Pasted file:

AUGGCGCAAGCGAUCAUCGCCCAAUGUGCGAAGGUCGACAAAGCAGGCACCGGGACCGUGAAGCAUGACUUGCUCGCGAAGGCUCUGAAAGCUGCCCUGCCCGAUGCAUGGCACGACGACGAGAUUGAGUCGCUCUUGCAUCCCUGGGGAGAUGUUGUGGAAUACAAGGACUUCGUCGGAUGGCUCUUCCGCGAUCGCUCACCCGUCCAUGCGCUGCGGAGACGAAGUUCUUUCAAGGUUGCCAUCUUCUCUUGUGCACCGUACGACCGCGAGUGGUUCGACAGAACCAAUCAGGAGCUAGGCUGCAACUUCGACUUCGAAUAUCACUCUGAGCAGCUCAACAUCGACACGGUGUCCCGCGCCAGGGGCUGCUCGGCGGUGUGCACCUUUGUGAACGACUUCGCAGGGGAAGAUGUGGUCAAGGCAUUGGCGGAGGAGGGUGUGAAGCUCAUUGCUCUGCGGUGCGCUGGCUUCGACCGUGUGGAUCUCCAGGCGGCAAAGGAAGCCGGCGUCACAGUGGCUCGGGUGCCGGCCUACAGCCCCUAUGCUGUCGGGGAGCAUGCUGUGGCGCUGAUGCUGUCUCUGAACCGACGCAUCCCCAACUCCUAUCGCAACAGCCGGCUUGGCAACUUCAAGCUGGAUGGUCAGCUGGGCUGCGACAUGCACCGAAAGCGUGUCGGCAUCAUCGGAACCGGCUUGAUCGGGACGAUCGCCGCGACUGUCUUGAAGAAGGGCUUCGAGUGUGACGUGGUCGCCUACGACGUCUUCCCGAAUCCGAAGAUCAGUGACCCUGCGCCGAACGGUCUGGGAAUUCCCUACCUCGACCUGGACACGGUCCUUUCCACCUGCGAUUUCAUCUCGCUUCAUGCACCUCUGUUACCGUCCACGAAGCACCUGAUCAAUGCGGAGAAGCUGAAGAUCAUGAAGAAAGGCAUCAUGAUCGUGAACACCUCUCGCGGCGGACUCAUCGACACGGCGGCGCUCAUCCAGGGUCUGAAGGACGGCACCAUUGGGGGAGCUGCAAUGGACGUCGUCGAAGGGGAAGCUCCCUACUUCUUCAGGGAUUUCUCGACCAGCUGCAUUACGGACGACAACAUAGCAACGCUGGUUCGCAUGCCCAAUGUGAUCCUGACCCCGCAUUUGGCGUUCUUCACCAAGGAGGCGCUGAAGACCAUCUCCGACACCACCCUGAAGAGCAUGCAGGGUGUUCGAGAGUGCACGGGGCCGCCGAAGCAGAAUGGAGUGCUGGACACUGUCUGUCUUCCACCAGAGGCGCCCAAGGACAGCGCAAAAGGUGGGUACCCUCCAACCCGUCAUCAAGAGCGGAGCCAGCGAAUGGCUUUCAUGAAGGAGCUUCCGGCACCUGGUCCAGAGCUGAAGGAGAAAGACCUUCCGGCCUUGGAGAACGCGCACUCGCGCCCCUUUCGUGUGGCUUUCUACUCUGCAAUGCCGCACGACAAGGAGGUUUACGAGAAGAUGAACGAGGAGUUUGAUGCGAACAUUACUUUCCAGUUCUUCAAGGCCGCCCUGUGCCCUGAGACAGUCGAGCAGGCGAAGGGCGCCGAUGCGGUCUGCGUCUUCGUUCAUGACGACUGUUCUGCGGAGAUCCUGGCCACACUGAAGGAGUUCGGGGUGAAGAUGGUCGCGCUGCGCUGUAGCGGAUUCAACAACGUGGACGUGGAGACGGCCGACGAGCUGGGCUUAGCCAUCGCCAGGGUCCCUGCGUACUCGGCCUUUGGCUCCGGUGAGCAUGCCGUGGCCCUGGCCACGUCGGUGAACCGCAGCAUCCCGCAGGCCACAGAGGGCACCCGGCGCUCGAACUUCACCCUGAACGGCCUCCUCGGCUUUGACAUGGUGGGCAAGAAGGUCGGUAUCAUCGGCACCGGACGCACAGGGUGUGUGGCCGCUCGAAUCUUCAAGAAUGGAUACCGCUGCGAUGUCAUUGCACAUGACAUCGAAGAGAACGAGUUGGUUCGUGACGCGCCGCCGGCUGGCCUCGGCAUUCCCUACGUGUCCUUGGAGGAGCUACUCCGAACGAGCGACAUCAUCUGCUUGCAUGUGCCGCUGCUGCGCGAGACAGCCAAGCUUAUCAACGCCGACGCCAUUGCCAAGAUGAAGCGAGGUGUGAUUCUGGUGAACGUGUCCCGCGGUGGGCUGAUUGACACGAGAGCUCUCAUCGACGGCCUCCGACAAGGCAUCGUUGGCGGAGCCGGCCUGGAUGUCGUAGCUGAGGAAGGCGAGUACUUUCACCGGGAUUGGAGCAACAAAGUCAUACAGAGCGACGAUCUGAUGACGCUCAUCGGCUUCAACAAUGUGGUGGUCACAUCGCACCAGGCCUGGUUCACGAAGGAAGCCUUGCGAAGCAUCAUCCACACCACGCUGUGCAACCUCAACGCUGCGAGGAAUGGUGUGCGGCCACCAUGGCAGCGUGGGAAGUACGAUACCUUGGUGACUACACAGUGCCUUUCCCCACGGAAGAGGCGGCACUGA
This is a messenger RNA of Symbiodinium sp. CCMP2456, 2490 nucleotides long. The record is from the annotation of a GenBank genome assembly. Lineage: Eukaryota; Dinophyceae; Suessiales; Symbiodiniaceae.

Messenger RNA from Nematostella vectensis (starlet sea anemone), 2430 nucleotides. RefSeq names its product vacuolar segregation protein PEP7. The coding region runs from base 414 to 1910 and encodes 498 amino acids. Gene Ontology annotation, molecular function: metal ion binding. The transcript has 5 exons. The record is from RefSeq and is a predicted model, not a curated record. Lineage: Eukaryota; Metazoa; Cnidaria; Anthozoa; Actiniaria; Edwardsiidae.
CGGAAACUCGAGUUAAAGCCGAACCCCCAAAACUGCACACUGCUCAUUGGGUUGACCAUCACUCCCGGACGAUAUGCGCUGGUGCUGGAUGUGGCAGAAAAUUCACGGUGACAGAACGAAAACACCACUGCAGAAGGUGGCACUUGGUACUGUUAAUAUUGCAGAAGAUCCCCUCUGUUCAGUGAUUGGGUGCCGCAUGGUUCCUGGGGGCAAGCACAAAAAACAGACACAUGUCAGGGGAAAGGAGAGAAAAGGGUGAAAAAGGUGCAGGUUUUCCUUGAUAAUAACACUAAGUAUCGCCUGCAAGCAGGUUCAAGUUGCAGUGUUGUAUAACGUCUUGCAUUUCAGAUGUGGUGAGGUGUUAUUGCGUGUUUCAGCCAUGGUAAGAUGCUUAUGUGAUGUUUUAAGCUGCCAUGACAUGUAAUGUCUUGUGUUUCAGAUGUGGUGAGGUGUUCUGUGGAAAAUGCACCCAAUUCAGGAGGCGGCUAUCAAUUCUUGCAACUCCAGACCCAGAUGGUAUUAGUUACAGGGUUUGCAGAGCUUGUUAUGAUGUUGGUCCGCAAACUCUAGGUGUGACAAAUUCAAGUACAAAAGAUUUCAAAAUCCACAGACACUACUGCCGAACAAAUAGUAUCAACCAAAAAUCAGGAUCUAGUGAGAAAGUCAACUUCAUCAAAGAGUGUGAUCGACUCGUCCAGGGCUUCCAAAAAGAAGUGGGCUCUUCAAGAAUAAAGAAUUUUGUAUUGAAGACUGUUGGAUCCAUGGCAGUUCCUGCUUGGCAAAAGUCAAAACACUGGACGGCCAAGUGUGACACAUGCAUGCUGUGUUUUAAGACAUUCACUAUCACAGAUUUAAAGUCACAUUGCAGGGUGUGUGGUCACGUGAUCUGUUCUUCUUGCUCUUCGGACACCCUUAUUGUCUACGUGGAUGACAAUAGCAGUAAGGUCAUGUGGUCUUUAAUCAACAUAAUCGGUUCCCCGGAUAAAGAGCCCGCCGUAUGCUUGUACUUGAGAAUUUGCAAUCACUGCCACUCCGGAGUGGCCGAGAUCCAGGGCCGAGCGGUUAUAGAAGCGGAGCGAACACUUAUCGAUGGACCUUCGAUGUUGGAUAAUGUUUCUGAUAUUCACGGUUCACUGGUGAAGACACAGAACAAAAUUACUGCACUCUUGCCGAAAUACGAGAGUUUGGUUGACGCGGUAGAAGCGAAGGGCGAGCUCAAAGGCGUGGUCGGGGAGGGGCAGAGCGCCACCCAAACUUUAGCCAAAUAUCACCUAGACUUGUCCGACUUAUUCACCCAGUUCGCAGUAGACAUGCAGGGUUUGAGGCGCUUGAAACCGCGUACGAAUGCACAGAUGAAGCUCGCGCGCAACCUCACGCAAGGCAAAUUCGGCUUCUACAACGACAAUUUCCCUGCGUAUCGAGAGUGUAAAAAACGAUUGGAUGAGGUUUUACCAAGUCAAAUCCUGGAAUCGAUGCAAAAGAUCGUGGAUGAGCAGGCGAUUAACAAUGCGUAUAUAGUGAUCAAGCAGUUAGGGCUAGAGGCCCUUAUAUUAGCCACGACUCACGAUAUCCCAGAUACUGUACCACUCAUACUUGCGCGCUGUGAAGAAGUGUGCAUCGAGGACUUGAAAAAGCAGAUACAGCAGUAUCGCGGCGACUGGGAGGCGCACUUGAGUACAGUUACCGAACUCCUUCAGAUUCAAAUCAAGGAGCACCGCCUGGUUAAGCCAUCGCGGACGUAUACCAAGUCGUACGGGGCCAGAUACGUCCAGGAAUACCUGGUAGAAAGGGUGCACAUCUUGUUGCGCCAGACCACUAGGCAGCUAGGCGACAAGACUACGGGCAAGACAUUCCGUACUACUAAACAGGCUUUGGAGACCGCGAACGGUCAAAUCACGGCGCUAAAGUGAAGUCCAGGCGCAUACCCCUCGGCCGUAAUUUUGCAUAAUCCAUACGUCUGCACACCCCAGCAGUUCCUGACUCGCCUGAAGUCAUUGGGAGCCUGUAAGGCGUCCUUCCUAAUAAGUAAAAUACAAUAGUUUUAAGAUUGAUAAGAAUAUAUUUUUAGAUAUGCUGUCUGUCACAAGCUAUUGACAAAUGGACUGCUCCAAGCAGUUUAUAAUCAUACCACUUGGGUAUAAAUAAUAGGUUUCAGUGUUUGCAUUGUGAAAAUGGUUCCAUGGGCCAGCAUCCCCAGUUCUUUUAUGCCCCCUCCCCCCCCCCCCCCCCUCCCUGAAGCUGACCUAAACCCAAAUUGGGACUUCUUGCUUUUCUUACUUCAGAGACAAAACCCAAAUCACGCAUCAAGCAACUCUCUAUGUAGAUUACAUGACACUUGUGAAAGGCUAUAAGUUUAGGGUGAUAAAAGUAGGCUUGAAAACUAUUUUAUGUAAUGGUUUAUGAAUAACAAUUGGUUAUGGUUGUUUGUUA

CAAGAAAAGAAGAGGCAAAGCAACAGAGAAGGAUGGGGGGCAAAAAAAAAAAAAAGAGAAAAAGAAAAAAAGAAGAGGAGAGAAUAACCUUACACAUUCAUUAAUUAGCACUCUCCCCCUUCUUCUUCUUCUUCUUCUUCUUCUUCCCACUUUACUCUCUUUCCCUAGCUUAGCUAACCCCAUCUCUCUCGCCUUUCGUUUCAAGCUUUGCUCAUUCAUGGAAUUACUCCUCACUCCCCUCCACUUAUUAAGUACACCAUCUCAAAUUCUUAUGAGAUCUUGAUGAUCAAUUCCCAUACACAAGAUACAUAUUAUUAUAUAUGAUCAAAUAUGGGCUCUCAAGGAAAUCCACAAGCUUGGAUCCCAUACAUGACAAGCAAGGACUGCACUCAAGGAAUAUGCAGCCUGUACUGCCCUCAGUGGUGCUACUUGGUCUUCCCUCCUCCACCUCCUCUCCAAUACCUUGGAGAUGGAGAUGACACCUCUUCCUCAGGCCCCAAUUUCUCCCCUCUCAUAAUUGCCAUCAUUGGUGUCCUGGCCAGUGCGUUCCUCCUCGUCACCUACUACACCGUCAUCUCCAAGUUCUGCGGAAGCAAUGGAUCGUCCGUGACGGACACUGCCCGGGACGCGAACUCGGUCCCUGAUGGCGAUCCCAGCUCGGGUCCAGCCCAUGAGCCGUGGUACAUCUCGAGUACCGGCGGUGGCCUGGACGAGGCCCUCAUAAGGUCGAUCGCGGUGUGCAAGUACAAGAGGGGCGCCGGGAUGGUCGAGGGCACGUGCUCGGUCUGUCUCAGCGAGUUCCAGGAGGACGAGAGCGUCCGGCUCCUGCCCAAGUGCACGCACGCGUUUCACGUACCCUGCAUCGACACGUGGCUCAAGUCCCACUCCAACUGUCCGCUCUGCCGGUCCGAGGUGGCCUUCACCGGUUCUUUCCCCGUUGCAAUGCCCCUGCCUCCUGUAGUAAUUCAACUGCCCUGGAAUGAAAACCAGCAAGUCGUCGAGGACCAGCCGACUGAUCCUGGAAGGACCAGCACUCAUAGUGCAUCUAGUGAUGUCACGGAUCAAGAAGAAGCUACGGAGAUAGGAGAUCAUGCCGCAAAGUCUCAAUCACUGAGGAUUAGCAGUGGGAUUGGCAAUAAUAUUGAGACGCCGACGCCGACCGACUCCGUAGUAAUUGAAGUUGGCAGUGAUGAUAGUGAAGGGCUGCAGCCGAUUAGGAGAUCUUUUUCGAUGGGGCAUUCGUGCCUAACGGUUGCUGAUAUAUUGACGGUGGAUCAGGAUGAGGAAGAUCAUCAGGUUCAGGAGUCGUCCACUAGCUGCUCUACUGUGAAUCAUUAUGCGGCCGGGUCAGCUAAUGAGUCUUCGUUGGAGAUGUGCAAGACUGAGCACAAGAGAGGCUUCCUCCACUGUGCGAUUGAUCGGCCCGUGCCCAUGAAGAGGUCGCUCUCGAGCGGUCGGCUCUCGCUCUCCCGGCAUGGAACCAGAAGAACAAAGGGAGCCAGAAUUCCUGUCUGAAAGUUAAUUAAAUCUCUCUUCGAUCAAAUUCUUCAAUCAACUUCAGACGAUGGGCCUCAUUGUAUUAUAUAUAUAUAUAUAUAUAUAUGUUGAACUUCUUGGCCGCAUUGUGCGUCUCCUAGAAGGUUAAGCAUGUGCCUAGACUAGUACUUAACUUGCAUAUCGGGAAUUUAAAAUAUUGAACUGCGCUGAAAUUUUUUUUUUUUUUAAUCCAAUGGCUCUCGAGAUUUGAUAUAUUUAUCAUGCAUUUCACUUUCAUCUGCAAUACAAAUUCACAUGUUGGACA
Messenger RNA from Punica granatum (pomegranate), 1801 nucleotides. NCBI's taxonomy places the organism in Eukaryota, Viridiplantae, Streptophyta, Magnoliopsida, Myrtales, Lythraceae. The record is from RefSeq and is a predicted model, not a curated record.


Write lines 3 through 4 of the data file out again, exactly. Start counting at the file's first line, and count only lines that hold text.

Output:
Messenger RNA from Nematostella vectensis (starlet sea anemone), 2430 nucleotides. RefSeq names its product vacuolar segregation protein PEP7. The coding region runs from base 414 to 1910 and encodes 498 amino acids. Gene Ontology annotation, molecular function: metal ion binding. The transcript has 5 exons. The record is from RefSeq and is a predicted model, not a curated record. Lineage: Eukaryota; Metazoa; Cnidaria; Anthozoa; Actiniaria; Edwardsiidae.
CGGAAACUCGAGUUAAAGCCGAACCCCCAAAACUGCACACUGCUCAUUGGGUUGACCAUCACUCCCGGACGAUAUGCGCUGGUGCUGGAUGUGGCAGAAAAUUCACGGUGACAGAACGAAAACACCACUGCAGAAGGUGGCACUUGGUACUGUUAAUAUUGCAGAAGAUCCCCUCUGUUCAGUGAUUGGGUGCCGCAUGGUUCCUGGGGGCAAGCACAAAAAACAGACACAUGUCAGGGGAAAGGAGAGAAAAGGGUGAAAAAGGUGCAGGUUUUCCUUGAUAAUAACACUAAGUAUCGCCUGCAAGCAGGUUCAAGUUGCAGUGUUGUAUAACGUCUUGCAUUUCAGAUGUGGUGAGGUGUUAUUGCGUGUUUCAGCCAUGGUAAGAUGCUUAUGUGAUGUUUUAAGCUGCCAUGACAUGUAAUGUCUUGUGUUUCAGAUGUGGUGAGGUGUUCUGUGGAAAAUGCACCCAAUUCAGGAGGCGGCUAUCAAUUCUUGCAACUCCAGACCCAGAUGGUAUUAGUUACAGGGUUUGCAGAGCUUGUUAUGAUGUUGGUCCGCAAACUCUAGGUGUGACAAAUUCAAGUACAAAAGAUUUCAAAAUCCACAGACACUACUGCCGAACAAAUAGUAUCAACCAAAAAUCAGGAUCUAGUGAGAAAGUCAACUUCAUCAAAGAGUGUGAUCGACUCGUCCAGGGCUUCCAAAAAGAAGUGGGCUCUUCAAGAAUAAAGAAUUUUGUAUUGAAGACUGUUGGAUCCAUGGCAGUUCCUGCUUGGCAAAAGUCAAAACACUGGACGGCCAAGUGUGACACAUGCAUGCUGUGUUUUAAGACAUUCACUAUCACAGAUUUAAAGUCACAUUGCAGGGUGUGUGGUCACGUGAUCUGUUCUUCUUGCUCUUCGGACACCCUUAUUGUCUACGUGGAUGACAAUAGCAGUAAGGUCAUGUGGUCUUUAAUCAACAUAAUCGGUUCCCCGGAUAAAGAGCCCGCCGUAUGCUUGUACUUGAGAAUUUGCAAUCACUGCCACUCCGGAGUGGCCGAGAUCCAGGGCCGAGCGGUUAUAGAAGCGGAGCGAACACUUAUCGAUGGACCUUCGAUGUUGGAUAAUGUUUCUGAUAUUCACGGUUCACUGGUGAAGACACAGAACAAAAUUACUGCACUCUUGCCGAAAUACGAGAGUUUGGUUGACGCGGUAGAAGCGAAGGGCGAGCUCAAAGGCGUGGUCGGGGAGGGGCAGAGCGCCACCCAAACUUUAGCCAAAUAUCACCUAGACUUGUCCGACUUAUUCACCCAGUUCGCAGUAGACAUGCAGGGUUUGAGGCGCUUGAAACCGCGUACGAAUGCACAGAUGAAGCUCGCGCGCAACCUCACGCAAGGCAAAUUCGGCUUCUACAACGACAAUUUCCCUGCGUAUCGAGAGUGUAAAAAACGAUUGGAUGAGGUUUUACCAAGUCAAAUCCUGGAAUCGAUGCAAAAGAUCGUGGAUGAGCAGGCGAUUAACAAUGCGUAUAUAGUGAUCAAGCAGUUAGGGCUAGAGGCCCUUAUAUUAGCCACGACUCACGAUAUCCCAGAUACUGUACCACUCAUACUUGCGCGCUGUGAAGAAGUGUGCAUCGAGGACUUGAAAAAGCAGAUACAGCAGUAUCGCGGCGACUGGGAGGCGCACUUGAGUACAGUUACCGAACUCCUUCAGAUUCAAAUCAAGGAGCACCGCCUGGUUAAGCCAUCGCGGACGUAUACCAAGUCGUACGGGGCCAGAUACGUCCAGGAAUACCUGGUAGAAAGGGUGCACAUCUUGUUGCGCCAGACCACUAGGCAGCUAGGCGACAAGACUACGGGCAAGACAUUCCGUACUACUAAACAGGCUUUGGAGACCGCGAACGGUCAAAUCACGGCGCUAAAGUGAAGUCCAGGCGCAUACCCCUCGGCCGUAAUUUUGCAUAAUCCAUACGUCUGCACACCCCAGCAGUUCCUGACUCGCCUGAAGUCAUUGGGAGCCUGUAAGGCGUCCUUCCUAAUAAGUAAAAUACAAUAGUUUUAAGAUUGAUAAGAAUAUAUUUUUAGAUAUGCUGUCUGUCACAAGCUAUUGACAAAUGGACUGCUCCAAGCAGUUUAUAAUCAUACCACUUGGGUAUAAAUAAUAGGUUUCAGUGUUUGCAUUGUGAAAAUGGUUCCAUGGGCCAGCAUCCCCAGUUCUUUUAUGCCCCCUCCCCCCCCCCCCCCCCUCCCUGAAGCUGACCUAAACCCAAAUUGGGACUUCUUGCUUUUCUUACUUCAGAGACAAAACCCAAAUCACGCAUCAAGCAACUCUCUAUGUAGAUUACAUGACACUUGUGAAAGGCUAUAAGUUUAGGGUGAUAAAAGUAGGCUUGAAAACUAUUUUAUGUAAUGGUUUAUGAAUAACAAUUGGUUAUGGUUGUUUGUUA